LINCOLN, Maine — Police continue to investigate the death of a 55-year-old Tennessee truck driver who was found in a downtown parking lot shortly after a confrontation with two local youths, acting Police Chief Phil Dawson said Tuesday.
Officer Patty McLaughlin, the case’s prime investigator, met with state police Detective Sgt. Troy Gardiner and other investigators last week. They agreed that the case needed further probing before it could be forwarded to the Penobscot County District Attorney’s Office in Bangor for review and possible action, Dawson said.
“We are in hopes of tying this up as soon as is practical,” Dawson said Tuesday.
The death of Brian Isdell, 55, and reports of a violent confrontation he had with two local teens, Justin Pete and Steve Osnoe, just before his death on Aug. 20 led local and state police to seal off the entire Mechanic and Lake streets block for most of that morning as they investigated.
An autopsy conducted Aug. 21 showed that Isdell died of natural causes brought on by heart disease.
The state medical examiner’s ruling precludes homicide charges, but investigators believe lesser charges might need to be applied, police have said.
Police would not specify the possible charges, but the teens — who strongly denied having anything to do with Isdell’s death — said they promised to help Isdell buy marijuana and that Pete fought with him after they had taken a carton of cigarettes from his truck. They also took the trucker’s cell phone.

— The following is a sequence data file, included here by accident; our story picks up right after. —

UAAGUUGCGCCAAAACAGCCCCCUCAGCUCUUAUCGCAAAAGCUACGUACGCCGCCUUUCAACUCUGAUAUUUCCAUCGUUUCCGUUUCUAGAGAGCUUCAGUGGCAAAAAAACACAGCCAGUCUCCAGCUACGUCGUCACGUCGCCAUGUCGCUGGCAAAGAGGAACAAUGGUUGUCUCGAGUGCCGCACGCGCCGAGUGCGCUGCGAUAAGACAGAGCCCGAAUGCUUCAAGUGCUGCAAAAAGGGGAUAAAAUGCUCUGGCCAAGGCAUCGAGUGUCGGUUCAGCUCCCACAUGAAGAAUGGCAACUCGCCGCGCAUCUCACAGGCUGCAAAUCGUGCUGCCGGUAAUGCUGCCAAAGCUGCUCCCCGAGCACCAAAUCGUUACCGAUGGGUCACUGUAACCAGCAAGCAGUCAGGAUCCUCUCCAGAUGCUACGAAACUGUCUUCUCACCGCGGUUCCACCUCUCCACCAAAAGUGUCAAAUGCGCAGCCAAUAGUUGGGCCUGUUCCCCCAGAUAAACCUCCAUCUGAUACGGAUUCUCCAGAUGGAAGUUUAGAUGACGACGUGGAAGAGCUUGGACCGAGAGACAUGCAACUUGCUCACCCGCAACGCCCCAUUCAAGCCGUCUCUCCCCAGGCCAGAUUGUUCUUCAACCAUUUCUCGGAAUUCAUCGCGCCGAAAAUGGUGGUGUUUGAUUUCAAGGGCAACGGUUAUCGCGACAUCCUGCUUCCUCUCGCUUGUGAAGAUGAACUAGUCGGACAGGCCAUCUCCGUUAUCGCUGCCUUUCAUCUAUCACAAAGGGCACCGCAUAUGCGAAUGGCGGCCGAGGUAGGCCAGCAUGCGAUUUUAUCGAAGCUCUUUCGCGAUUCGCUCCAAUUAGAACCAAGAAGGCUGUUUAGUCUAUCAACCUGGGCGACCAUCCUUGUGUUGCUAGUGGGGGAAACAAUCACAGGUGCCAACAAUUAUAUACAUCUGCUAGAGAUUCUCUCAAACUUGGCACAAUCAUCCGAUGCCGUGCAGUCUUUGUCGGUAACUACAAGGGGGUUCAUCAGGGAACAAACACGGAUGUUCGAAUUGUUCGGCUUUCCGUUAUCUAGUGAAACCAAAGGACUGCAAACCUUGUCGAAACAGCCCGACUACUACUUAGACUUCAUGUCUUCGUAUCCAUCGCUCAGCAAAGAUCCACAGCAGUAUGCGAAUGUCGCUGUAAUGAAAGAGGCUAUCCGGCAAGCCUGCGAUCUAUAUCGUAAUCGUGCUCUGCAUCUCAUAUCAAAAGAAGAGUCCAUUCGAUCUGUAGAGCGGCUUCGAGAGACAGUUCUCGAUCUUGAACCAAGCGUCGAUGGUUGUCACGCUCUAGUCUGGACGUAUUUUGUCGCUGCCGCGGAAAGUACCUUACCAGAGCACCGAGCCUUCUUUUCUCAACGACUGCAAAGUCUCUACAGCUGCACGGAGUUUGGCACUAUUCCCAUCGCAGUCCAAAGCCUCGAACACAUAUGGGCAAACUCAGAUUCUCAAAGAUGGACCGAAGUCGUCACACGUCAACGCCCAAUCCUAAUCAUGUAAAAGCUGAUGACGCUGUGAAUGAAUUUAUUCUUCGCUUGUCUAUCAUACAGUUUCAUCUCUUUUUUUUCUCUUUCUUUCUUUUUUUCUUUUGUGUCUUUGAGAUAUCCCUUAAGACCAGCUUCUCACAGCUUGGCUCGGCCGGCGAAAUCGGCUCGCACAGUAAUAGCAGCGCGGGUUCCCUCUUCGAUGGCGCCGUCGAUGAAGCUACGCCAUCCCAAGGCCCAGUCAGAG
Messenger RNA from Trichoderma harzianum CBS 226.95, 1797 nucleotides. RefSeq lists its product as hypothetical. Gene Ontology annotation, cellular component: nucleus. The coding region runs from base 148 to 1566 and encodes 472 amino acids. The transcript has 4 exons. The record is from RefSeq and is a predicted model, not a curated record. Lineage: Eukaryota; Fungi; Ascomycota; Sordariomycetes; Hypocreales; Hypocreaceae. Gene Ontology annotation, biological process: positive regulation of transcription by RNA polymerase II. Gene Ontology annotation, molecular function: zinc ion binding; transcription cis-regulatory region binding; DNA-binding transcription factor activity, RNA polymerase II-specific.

McLaughlin found Isdell lying in a parking lot at Lake and Main streets at about 3 a.m. on Aug. 20. His truck was parked at Mechanic and Main streets on the opposite side of the football-field-sized lot with its motor running and lights on.
Isdell’s destination was the Katahdin Avenue tissue mill, which is about two blocks from the parking lot. The parking lot is a hangout for teenagers, and alcohol consumption, cocaine and marijuana use, and drug dealing regularly occur there, area teenagers said.
Police occasionally have been called to handle incidents there.
McLaughlin’s discovery occurred within seven minutes of the truck’s arrival at the scene, police have said. Investigators have fairly exact times because a surveillance camera from a local business recorded the truck’s arrival. Penobscot County Regional Communications Center dispatchers also logged McLaughlin’s radio call for medical assistance.
A Penobscot Valley Hospital ambulance took Isdell to the hospital, where he was pronounced dead.
The case’s culmination depends on, among other things, state police detectives getting free of other responsibilities to help close the investigation, Dawson said.
A judge will have to sign off on an arrest warrant before arrests could occur.